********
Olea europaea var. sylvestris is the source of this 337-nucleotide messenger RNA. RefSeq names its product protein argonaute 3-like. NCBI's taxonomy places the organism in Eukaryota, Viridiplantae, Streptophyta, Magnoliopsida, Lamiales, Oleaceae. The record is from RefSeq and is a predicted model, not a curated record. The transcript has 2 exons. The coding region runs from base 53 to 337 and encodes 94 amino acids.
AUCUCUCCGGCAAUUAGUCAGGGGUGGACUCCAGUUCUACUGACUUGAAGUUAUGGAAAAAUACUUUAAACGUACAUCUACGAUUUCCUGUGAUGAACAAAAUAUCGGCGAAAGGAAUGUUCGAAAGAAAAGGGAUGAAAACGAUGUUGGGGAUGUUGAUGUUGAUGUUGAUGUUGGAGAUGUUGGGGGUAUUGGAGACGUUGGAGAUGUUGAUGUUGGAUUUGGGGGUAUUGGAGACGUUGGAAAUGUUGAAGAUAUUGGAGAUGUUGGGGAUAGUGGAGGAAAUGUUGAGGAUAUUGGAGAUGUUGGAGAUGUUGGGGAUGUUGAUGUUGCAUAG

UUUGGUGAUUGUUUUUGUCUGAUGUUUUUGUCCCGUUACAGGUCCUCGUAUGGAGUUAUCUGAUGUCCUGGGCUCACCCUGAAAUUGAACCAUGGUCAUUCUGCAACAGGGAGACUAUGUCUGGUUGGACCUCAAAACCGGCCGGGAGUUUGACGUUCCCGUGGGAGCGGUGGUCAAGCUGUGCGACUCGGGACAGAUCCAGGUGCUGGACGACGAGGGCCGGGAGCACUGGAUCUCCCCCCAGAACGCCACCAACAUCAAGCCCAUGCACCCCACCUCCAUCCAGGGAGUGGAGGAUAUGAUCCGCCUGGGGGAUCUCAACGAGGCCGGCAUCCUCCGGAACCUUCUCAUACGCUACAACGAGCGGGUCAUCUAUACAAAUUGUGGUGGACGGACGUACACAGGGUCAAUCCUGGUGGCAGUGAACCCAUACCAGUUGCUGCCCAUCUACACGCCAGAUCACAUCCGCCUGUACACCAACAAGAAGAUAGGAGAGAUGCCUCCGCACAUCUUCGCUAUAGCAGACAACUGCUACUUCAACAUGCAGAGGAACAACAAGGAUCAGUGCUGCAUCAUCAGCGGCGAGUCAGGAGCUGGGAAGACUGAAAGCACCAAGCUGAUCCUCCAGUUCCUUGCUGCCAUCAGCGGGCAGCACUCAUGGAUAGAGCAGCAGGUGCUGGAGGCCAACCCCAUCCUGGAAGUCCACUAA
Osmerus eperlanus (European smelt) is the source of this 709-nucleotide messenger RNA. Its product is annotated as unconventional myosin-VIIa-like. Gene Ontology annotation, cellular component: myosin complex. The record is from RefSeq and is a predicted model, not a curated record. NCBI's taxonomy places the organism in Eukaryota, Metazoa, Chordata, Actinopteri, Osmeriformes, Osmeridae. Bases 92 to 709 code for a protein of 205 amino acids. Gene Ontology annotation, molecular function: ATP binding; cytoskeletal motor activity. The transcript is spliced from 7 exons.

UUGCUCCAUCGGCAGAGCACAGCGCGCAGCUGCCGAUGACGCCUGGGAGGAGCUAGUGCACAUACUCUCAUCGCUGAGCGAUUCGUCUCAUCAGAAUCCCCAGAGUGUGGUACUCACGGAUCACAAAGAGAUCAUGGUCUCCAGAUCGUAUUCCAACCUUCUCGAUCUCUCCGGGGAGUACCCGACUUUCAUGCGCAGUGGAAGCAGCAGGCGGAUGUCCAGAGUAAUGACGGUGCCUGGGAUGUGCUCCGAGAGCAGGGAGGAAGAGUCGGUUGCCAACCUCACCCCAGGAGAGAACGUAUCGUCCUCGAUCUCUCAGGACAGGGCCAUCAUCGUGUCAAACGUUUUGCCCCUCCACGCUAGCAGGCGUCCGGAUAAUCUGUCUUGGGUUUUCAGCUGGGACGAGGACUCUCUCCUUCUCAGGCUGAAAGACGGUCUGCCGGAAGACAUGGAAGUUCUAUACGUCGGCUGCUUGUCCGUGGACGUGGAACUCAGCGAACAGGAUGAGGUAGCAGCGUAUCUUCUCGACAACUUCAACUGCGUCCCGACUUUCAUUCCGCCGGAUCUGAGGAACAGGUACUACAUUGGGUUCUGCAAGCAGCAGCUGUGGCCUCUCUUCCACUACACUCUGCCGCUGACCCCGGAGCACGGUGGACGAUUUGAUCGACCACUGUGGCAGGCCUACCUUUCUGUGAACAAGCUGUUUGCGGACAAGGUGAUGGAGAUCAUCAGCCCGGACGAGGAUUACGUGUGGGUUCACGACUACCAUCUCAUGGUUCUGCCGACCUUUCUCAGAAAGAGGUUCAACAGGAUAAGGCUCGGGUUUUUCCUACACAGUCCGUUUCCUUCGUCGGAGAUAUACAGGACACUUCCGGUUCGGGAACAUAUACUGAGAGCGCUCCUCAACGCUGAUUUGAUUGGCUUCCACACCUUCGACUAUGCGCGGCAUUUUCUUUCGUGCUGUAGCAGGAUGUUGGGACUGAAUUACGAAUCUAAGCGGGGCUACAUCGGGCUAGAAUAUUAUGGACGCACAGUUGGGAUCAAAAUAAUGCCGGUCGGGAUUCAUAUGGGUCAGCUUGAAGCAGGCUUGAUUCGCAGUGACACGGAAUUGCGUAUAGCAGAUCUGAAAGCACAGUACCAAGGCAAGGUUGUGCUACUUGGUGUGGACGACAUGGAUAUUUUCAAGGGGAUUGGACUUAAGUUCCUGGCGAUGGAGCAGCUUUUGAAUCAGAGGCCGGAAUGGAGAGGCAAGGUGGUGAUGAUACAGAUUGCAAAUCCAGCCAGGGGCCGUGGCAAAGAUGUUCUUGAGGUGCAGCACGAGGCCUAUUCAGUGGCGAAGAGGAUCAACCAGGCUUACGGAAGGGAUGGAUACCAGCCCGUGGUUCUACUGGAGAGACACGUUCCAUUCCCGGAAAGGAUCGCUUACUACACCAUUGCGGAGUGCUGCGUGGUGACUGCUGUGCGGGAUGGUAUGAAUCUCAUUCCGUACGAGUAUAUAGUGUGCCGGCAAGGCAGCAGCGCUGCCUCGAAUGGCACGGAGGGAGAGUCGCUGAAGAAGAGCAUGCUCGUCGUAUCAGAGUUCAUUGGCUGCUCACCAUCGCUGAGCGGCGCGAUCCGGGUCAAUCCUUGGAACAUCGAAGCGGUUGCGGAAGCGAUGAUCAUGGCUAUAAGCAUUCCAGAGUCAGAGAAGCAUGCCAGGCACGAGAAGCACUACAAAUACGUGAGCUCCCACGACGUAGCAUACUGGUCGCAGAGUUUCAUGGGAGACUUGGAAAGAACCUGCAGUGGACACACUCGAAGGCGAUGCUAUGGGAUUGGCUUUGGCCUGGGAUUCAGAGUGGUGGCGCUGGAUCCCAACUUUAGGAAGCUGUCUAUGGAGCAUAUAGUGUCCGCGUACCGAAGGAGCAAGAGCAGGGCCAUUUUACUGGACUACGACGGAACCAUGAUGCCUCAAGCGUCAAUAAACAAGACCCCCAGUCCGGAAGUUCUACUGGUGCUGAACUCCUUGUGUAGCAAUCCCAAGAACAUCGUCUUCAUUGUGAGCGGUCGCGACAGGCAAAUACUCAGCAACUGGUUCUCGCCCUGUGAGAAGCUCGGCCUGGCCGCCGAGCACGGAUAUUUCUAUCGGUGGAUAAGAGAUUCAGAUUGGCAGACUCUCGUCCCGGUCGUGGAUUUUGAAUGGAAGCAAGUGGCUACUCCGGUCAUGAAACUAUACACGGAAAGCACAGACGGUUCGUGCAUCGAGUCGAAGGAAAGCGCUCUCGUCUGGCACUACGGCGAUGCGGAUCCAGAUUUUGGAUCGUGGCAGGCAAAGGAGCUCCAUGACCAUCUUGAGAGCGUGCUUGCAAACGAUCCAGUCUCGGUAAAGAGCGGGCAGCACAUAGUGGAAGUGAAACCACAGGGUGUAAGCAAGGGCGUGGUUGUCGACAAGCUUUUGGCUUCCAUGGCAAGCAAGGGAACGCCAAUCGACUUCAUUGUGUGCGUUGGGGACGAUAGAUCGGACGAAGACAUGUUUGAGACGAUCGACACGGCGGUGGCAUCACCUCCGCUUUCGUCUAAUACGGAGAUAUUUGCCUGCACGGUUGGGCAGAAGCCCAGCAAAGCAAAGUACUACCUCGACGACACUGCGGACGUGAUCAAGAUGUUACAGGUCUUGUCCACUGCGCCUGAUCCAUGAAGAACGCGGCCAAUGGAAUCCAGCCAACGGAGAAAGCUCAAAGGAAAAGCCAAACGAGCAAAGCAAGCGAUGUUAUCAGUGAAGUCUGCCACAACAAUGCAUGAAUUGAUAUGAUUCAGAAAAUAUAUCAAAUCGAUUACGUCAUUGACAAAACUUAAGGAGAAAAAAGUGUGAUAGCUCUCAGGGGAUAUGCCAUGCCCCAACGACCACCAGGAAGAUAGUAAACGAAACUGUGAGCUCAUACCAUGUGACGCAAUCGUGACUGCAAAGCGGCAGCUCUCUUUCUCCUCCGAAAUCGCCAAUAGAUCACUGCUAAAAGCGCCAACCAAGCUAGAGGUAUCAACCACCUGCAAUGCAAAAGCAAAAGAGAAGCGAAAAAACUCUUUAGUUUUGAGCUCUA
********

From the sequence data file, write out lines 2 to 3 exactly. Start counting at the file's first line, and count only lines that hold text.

AUCUCUCCGGCAAUUAGUCAGGGGUGGACUCCAGUUCUACUGACUUGAAGUUAUGGAAAAAUACUUUAAACGUACAUCUACGAUUUCCUGUGAUGAACAAAAUAUCGGCGAAAGGAAUGUUCGAAAGAAAAGGGAUGAAAACGAUGUUGGGGAUGUUGAUGUUGAUGUUGAUGUUGGAGAUGUUGGGGGUAUUGGAGACGUUGGAGAUGUUGAUGUUGGAUUUGGGGGUAUUGGAGACGUUGGAAAUGUUGAAGAUAUUGGAGAUGUUGGGGAUAGUGGAGGAAAUGUUGAGGAUAUUGGAGAUGUUGGAGAUGUUGGGGAUGUUGAUGUUGCAUAG

UUUGGUGAUUGUUUUUGUCUGAUGUUUUUGUCCCGUUACAGGUCCUCGUAUGGAGUUAUCUGAUGUCCUGGGCUCACCCUGAAAUUGAACCAUGGUCAUUCUGCAACAGGGAGACUAUGUCUGGUUGGACCUCAAAACCGGCCGGGAGUUUGACGUUCCCGUGGGAGCGGUGGUCAAGCUGUGCGACUCGGGACAGAUCCAGGUGCUGGACGACGAGGGCCGGGAGCACUGGAUCUCCCCCCAGAACGCCACCAACAUCAAGCCCAUGCACCCCACCUCCAUCCAGGGAGUGGAGGAUAUGAUCCGCCUGGGGGAUCUCAACGAGGCCGGCAUCCUCCGGAACCUUCUCAUACGCUACAACGAGCGGGUCAUCUAUACAAAUUGUGGUGGACGGACGUACACAGGGUCAAUCCUGGUGGCAGUGAACCCAUACCAGUUGCUGCCCAUCUACACGCCAGAUCACAUCCGCCUGUACACCAACAAGAAGAUAGGAGAGAUGCCUCCGCACAUCUUCGCUAUAGCAGACAACUGCUACUUCAACAUGCAGAGGAACAACAAGGAUCAGUGCUGCAUCAUCAGCGGCGAGUCAGGAGCUGGGAAGACUGAAAGCACCAAGCUGAUCCUCCAGUUCCUUGCUGCCAUCAGCGGGCAGCACUCAUGGAUAGAGCAGCAGGUGCUGGAGGCCAACCCCAUCCUGGAAGUCCACUAA